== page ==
By Tori Keith • April 29, 2018•Writers in Residence
Like most professionals, I periodically attend a CLE or some type of industry conference. In addition to valuable information, these events also provide great opportunities to meet new contacts and develop professional relationships. This year, I am attending the annual conference hosted by the “National Association of Legal Placement” aka NALP, attended by many leaders in the legal recruiting space from across the country. It’s a significant investment of time and money and I want to be confident in meeting new people and making a good first impression, so I brushed up on the etiquette around introductions. Below are some tips on this critical professional skill that will help you make the most of your next business event.
Introductions step by step:
When you meet someone, stand up, smile, look the person in the eye, extend your hand for a firm shake, and clearly state your name and business: “Hi, I’m Tori Keith. I’m with Parker Lynch Legal.” The other person extends their arm, gives a firm grip shake, and says the same, “Hi, I’m Sherry Smith, with ABC law firm.” Be prepared to exchange a few social pleasantries, such as “Where are you from? How is the conference going for you? I’ve heard great things about your firm. My colleague does business with your firm in New York.”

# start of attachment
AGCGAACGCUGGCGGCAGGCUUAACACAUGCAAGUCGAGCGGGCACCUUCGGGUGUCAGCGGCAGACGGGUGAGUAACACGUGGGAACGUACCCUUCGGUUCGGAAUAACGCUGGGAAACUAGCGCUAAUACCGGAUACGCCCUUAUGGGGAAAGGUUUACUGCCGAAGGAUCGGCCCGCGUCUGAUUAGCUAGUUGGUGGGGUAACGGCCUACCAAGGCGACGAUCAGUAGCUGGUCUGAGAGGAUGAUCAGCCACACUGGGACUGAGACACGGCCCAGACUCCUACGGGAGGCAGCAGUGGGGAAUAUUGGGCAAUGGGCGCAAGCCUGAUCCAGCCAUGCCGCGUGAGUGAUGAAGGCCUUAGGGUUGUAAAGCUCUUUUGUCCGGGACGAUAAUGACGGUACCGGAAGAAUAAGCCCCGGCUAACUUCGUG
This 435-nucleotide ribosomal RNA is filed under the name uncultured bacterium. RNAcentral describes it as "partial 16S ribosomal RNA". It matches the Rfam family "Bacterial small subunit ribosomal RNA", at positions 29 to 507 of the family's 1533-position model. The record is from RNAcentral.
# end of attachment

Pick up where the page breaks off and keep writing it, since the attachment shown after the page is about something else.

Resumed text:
- How firm a handshake? Peter Post says the strength of turning a door knob
- Names? When in doubt, go formal (i.e. Mr./Ms. Sir/Ma’am, Elizabeth not Liz)
- STAND don’t reach across the table or remain seated.
Who do you introduce to whom?
Speak first to the person most important or the one you want to honor: Mr. Client, I’d like you to meet our senior partner, Betsy Smith.”
- Forget someone’s name? Admit it (we’ve all done it), apologize and move on: “Please remind me of your name. I’m Tori Keith” (they probably forgot your name too).
- If you mispronounce someone’s name, do the same: admit, apologize, and repeat correctly.
Even in the digital age, business cards serve an important role in meeting people and developing business relationships. They define who you are and your job responsibilities, invite people to contact you, and inform them how to contact you. Include your name, title, company or firm, address, phone number, email and social media (especially your Twitter handle and LinkedIn profile)
You should give your card to, and ask for one from, those with whom you expect to do business:
- At the start of a meeting
- After introductions
- In response to receiving one
- At the end of a meeting or interaction
- Have enough cards for everyone
When receiving a card, look at it carefully and put it away carefully.